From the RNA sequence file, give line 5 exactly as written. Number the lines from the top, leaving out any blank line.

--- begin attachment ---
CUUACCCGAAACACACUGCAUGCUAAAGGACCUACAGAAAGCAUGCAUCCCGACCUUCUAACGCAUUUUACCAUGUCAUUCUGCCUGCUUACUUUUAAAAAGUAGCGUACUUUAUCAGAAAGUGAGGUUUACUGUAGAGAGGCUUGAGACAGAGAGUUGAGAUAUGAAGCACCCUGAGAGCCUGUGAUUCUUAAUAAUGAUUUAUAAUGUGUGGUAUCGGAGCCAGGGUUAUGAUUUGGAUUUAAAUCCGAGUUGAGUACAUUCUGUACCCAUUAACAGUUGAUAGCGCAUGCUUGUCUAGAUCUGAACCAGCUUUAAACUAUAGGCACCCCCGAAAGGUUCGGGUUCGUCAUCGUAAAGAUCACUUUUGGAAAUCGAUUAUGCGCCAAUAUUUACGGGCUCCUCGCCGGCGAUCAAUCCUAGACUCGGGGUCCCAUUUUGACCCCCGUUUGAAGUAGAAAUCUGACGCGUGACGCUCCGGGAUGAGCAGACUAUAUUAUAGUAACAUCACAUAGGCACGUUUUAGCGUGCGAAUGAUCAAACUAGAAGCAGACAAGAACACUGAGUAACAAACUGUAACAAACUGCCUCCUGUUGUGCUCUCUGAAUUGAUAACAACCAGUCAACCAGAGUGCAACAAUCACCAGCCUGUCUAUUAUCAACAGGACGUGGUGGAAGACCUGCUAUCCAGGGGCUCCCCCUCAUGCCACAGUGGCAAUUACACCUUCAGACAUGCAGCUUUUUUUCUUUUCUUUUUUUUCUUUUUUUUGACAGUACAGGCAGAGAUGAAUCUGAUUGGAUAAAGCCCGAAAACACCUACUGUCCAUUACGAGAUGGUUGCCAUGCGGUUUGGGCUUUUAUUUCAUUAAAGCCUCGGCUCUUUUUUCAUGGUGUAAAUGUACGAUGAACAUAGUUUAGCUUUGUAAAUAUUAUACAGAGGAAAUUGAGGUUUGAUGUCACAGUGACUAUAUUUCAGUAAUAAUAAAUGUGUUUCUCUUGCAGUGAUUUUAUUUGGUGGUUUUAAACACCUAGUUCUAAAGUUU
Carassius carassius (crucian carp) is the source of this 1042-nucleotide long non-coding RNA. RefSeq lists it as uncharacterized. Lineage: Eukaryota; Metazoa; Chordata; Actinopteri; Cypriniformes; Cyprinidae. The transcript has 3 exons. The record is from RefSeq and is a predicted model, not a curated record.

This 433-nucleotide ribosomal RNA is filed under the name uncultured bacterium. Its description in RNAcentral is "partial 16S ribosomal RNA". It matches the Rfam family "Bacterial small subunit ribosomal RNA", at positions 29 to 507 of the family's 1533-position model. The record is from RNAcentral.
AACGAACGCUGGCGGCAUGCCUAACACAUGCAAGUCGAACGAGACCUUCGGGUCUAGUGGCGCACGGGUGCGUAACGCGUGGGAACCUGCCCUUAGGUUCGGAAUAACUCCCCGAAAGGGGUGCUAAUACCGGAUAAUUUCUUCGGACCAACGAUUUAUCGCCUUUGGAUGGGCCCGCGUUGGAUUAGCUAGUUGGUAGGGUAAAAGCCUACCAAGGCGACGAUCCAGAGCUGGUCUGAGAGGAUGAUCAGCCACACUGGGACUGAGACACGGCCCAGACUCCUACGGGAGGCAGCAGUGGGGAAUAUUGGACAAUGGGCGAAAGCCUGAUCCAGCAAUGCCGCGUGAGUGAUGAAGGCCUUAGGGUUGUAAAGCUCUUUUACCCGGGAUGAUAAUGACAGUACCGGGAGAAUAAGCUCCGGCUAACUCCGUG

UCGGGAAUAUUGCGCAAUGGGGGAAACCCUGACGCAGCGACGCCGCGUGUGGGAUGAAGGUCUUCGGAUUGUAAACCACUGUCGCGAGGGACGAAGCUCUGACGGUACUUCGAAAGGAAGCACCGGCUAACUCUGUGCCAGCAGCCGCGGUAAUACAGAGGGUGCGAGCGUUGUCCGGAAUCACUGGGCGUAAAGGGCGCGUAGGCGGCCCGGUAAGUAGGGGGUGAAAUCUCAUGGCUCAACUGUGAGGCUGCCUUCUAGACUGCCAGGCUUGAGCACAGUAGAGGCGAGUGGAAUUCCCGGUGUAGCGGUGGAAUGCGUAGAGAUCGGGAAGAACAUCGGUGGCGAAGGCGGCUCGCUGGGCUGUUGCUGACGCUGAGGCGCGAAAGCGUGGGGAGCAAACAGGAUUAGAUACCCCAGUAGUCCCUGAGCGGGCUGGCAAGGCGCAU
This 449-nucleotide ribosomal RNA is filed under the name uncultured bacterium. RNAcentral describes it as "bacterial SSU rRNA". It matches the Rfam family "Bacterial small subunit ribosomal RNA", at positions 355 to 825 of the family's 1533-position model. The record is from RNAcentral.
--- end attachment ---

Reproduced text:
UCGGGAAUAUUGCGCAAUGGGGGAAACCCUGACGCAGCGACGCCGCGUGUGGGAUGAAGGUCUUCGGAUUGUAAACCACUGUCGCGAGGGACGAAGCUCUGACGGUACUUCGAAAGGAAGCACCGGCUAACUCUGUGCCAGCAGCCGCGGUAAUACAGAGGGUGCGAGCGUUGUCCGGAAUCACUGGGCGUAAAGGGCGCGUAGGCGGCCCGGUAAGUAGGGGGUGAAAUCUCAUGGCUCAACUGUGAGGCUGCCUUCUAGACUGCCAGGCUUGAGCACAGUAGAGGCGAGUGGAAUUCCCGGUGUAGCGGUGGAAUGCGUAGAGAUCGGGAAGAACAUCGGUGGCGAAGGCGGCUCGCUGGGCUGUUGCUGACGCUGAGGCGCGAAAGCGUGGGGAGCAAACAGGAUUAGAUACCCCAGUAGUCCCUGAGCGGGCUGGCAAGGCGCAU